When I was 17 and a senior in high school. It was time to choose a major in college and I did serious soul-searching. I picked acting because it was something I was very interested in, and something that I had a talent for but I knew that talent needed further development.
What was it like growing up in New York?
Cold. [Laughs] Also, most of my childhood was indoors. My parents did the best they could, but there was no money for extracurricular activities. So September through June, I was fine and busy because I took school very seriously. However, the summer months, when school was out, were always boring for me.
Occasionally my mom and dad could afford to take me somewhere but for the most part, my summers were spent inside our Bronx apartment while I played with dolls, watched TV, and ate cheese puffs and Reese‘s peanut butter cups. Those were my favorite! Yeah, I was definitely round as a child!
I know, I know. Not ideal. But not every family can afford to send their kids to summer camp, or to spend the summer away somewhere. It is what it is, it was what it was, and I turned out fine as a result. If anything, all that time alone helped me grow my imagination which is one of the reasons I think I am an actress today!
How important is social media to you right now?
Honestly, I wish I didn’t have to do it, but it is the reality we live in and I have to. Those people who get to a level of influencer, get money, an audience, sponsorships, and free stuff. I don’t really think that’s my endgame, however, I realize that without a presence online today, it’s as if I don’t exist. So I try to play the game to the extent of my own comfort.
What do you want the world to look like in 10 years?
I really wish that our temperatures would normalize and that the oceans were clean. I wish that all wildlife were happy and had what they needed. I wish the Amazon and other rainforests could thrive and that within them would be a plentiful ecosystem in both animal life, and plant life. I wish no one in the world would starve and that everyone had love and joy in their hearts and that violence was a rarity.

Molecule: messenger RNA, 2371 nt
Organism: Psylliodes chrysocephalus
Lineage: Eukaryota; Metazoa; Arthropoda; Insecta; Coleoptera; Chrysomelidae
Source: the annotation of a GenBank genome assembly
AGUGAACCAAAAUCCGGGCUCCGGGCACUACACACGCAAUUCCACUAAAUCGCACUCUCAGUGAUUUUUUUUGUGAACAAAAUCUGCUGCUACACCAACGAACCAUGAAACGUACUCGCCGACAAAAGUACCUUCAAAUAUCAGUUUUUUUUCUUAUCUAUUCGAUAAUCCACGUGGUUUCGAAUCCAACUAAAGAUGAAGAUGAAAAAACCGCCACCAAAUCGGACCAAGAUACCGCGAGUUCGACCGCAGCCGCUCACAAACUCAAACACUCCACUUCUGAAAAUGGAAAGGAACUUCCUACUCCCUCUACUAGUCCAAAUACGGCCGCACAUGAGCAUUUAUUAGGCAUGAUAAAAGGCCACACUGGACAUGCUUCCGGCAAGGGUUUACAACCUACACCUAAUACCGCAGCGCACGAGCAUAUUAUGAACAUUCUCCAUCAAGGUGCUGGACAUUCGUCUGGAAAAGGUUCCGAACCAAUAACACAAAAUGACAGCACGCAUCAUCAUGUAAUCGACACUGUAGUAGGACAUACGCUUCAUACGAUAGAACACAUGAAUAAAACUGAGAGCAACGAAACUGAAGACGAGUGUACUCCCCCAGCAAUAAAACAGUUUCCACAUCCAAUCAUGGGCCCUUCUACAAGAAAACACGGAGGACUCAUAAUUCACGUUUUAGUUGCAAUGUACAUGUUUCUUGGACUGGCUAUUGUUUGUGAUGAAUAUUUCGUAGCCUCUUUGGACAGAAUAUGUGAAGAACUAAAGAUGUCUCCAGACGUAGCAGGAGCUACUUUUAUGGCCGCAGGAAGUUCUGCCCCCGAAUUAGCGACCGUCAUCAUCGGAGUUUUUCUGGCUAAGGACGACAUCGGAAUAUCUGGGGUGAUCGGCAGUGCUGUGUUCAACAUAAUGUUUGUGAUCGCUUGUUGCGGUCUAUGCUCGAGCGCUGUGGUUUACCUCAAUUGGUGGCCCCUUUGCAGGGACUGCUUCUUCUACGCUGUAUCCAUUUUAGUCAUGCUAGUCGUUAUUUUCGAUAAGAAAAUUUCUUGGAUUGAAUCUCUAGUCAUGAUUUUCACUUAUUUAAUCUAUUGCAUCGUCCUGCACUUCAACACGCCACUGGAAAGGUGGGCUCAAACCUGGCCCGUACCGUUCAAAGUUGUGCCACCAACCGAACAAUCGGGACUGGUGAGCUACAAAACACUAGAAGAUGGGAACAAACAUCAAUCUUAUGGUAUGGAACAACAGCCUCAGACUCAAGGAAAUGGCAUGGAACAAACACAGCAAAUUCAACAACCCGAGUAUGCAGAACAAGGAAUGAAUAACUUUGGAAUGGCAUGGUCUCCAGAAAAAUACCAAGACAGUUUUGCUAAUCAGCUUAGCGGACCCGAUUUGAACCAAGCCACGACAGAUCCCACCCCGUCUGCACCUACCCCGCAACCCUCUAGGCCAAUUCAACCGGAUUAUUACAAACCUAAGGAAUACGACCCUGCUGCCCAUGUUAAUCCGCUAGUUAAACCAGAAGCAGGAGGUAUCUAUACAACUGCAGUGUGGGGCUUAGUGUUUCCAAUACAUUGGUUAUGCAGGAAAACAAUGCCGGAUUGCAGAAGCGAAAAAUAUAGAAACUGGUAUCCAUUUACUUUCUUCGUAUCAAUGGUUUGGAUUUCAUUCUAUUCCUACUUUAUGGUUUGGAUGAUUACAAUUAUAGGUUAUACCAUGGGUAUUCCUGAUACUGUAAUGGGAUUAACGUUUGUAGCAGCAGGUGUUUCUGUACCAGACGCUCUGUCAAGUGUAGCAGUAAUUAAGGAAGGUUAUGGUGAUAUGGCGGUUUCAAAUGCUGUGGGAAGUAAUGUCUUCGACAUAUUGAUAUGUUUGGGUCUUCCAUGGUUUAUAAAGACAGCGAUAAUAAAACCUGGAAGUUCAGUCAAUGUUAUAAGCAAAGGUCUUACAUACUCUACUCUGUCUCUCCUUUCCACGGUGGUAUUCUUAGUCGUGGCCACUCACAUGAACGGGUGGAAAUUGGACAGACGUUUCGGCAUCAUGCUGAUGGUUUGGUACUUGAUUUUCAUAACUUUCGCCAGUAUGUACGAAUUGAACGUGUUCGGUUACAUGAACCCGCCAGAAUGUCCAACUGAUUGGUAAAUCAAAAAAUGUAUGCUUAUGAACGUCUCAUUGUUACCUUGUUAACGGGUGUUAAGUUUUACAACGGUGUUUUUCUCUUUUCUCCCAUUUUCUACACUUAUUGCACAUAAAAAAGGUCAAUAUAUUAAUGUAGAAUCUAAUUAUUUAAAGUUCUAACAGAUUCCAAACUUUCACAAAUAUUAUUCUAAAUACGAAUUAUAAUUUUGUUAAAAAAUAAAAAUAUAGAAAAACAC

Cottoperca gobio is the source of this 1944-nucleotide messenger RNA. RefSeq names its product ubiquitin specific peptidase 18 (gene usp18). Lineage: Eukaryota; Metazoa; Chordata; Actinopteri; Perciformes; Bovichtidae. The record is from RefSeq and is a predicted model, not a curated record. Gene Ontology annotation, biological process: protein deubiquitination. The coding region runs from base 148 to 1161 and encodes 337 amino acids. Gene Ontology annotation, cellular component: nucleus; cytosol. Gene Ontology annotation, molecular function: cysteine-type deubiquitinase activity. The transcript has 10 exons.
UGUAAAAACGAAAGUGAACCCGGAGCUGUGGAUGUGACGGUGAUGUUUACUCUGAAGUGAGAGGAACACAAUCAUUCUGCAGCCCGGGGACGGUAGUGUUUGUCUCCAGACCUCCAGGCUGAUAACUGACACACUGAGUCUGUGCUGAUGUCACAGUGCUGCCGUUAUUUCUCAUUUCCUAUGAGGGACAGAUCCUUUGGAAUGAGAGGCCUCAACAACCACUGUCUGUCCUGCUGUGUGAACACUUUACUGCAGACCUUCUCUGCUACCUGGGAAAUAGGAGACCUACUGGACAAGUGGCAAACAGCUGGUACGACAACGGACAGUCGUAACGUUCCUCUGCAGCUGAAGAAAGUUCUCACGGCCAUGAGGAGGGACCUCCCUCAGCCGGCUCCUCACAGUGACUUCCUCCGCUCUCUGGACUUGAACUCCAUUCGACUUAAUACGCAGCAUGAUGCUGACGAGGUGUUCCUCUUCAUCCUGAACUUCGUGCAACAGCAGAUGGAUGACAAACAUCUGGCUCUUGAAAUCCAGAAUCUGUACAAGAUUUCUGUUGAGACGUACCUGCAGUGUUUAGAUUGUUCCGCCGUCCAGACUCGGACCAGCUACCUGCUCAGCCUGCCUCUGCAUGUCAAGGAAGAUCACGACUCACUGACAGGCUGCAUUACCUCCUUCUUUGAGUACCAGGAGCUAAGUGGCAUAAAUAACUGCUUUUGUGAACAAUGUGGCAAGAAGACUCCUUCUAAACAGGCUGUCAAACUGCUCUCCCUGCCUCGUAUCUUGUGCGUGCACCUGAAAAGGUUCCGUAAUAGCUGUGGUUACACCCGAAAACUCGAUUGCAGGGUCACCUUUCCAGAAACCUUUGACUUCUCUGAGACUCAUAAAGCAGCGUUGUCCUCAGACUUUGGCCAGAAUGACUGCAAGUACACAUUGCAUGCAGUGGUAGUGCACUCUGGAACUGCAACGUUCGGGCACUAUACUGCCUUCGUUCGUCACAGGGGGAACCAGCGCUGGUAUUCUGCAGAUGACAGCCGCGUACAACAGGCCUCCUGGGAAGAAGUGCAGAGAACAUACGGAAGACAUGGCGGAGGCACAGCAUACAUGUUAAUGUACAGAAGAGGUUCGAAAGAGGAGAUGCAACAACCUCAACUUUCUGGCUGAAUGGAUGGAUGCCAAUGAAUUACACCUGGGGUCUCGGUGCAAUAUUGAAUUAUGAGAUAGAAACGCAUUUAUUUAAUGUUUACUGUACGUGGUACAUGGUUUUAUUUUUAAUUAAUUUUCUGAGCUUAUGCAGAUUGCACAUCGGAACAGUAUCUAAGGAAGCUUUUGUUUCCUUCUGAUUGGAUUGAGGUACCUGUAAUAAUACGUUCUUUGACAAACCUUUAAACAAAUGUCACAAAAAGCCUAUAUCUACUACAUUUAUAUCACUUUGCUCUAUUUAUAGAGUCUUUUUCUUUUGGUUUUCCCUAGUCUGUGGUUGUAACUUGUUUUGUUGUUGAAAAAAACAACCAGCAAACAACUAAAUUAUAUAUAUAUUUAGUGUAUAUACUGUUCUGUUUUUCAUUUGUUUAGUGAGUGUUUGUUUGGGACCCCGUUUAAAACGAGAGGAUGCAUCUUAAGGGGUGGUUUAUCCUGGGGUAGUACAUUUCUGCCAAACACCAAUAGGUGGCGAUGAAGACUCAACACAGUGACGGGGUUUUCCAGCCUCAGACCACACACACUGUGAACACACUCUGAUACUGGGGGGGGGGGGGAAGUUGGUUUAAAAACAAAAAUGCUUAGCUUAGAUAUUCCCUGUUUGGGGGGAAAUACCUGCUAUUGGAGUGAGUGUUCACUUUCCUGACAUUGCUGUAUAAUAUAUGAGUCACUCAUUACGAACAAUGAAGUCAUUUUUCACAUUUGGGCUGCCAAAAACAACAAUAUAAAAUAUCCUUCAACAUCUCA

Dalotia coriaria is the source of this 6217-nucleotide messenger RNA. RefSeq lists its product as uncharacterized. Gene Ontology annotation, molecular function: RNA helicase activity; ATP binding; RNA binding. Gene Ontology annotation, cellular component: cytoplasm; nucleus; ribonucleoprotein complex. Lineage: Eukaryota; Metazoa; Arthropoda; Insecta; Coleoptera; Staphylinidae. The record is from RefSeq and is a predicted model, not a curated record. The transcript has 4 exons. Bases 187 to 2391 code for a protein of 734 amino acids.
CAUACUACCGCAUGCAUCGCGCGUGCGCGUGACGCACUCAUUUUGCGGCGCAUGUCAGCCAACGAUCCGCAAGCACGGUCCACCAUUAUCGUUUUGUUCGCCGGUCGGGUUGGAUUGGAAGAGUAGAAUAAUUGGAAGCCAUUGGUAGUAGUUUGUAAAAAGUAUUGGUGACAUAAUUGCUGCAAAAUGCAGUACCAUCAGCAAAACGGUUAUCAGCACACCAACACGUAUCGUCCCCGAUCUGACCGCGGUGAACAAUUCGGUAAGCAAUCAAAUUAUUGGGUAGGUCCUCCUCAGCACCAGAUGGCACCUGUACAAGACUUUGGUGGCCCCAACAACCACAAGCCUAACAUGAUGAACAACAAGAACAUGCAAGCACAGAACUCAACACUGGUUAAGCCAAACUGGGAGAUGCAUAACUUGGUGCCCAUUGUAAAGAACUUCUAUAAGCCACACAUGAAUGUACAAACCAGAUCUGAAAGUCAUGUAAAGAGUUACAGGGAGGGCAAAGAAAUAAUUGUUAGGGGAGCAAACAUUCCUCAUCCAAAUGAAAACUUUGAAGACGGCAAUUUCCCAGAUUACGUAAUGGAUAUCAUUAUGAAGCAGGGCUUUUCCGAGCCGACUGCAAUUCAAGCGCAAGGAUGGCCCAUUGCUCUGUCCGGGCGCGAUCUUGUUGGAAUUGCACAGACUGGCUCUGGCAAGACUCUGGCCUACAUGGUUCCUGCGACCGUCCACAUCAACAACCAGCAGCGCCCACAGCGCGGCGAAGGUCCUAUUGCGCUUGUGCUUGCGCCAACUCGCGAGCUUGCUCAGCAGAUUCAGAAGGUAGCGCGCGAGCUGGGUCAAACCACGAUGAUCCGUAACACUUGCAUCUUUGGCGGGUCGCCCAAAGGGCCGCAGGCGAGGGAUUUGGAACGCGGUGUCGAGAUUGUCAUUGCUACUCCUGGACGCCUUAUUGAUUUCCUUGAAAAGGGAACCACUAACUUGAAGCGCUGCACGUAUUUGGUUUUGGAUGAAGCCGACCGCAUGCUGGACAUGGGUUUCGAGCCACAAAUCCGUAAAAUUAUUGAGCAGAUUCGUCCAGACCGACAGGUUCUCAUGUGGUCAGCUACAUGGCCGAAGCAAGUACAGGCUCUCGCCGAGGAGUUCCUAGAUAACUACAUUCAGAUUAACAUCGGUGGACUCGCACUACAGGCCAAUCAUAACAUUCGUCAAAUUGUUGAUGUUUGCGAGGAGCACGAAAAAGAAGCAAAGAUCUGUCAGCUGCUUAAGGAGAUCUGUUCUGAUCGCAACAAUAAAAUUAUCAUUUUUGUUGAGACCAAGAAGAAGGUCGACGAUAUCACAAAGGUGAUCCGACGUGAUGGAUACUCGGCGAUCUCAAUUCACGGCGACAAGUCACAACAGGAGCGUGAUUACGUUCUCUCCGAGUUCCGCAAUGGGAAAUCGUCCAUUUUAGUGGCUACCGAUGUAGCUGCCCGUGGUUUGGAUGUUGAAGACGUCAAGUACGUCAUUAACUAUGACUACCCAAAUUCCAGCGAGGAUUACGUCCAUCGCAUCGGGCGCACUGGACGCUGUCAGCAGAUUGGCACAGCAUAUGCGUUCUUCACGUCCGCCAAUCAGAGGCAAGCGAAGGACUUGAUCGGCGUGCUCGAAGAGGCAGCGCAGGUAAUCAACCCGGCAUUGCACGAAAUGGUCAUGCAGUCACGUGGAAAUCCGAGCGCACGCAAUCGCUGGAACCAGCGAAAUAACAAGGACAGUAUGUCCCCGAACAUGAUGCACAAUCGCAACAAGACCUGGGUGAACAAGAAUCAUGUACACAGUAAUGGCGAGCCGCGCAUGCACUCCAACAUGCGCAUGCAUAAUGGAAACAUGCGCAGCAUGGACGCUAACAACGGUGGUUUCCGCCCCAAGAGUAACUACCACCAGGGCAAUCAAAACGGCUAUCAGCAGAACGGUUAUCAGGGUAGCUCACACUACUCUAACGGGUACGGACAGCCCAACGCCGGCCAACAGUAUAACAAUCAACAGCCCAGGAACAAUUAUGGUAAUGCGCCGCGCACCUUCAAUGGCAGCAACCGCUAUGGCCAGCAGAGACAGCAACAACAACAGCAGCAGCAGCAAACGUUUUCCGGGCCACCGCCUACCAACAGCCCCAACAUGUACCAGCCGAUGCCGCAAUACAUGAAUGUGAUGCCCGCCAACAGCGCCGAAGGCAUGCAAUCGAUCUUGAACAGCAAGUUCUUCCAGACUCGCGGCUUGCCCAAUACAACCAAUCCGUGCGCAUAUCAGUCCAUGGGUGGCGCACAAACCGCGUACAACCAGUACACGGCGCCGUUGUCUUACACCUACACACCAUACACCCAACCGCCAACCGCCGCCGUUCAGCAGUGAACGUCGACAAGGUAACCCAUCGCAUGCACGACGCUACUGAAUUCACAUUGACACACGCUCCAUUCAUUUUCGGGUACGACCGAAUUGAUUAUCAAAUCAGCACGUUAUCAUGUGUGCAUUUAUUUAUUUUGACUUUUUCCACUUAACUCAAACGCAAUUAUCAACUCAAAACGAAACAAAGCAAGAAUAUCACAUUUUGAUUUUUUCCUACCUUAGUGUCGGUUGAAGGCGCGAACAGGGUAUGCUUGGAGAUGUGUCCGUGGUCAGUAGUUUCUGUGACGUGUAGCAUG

Everyone seems to have an app idea at the moment, what’s yours?
An app that would allow me to read other people’s thoughts. I will either love it or hate it! [Laughs]
If you had the chance to put something on billboards worldwide next week, what would it be? Or what would it say?
In front of the camera. what is a fear you’d like to conquer?
I am so aware of the presence of the camera, not in an intimidating way, but in a way in which I am always thinking about on-the-camera technique. It would be nice to let all of that go and just exist and let the camera pick up the privacy of the character.
What can you tell us about your upcoming projects?
I will be playing the role of a woman in the witness protection program. Looking forward to that. I love emotional stuff in the script.
Aside from your upcoming projects, is there one thing you’re particularly excited about for the future?
Growing up! [Laughs] I want to own property soon, get married, and start a family.
PHOTOGRAPHY: JULIAN DAHL
INTERVIEW: ADAM CROOKES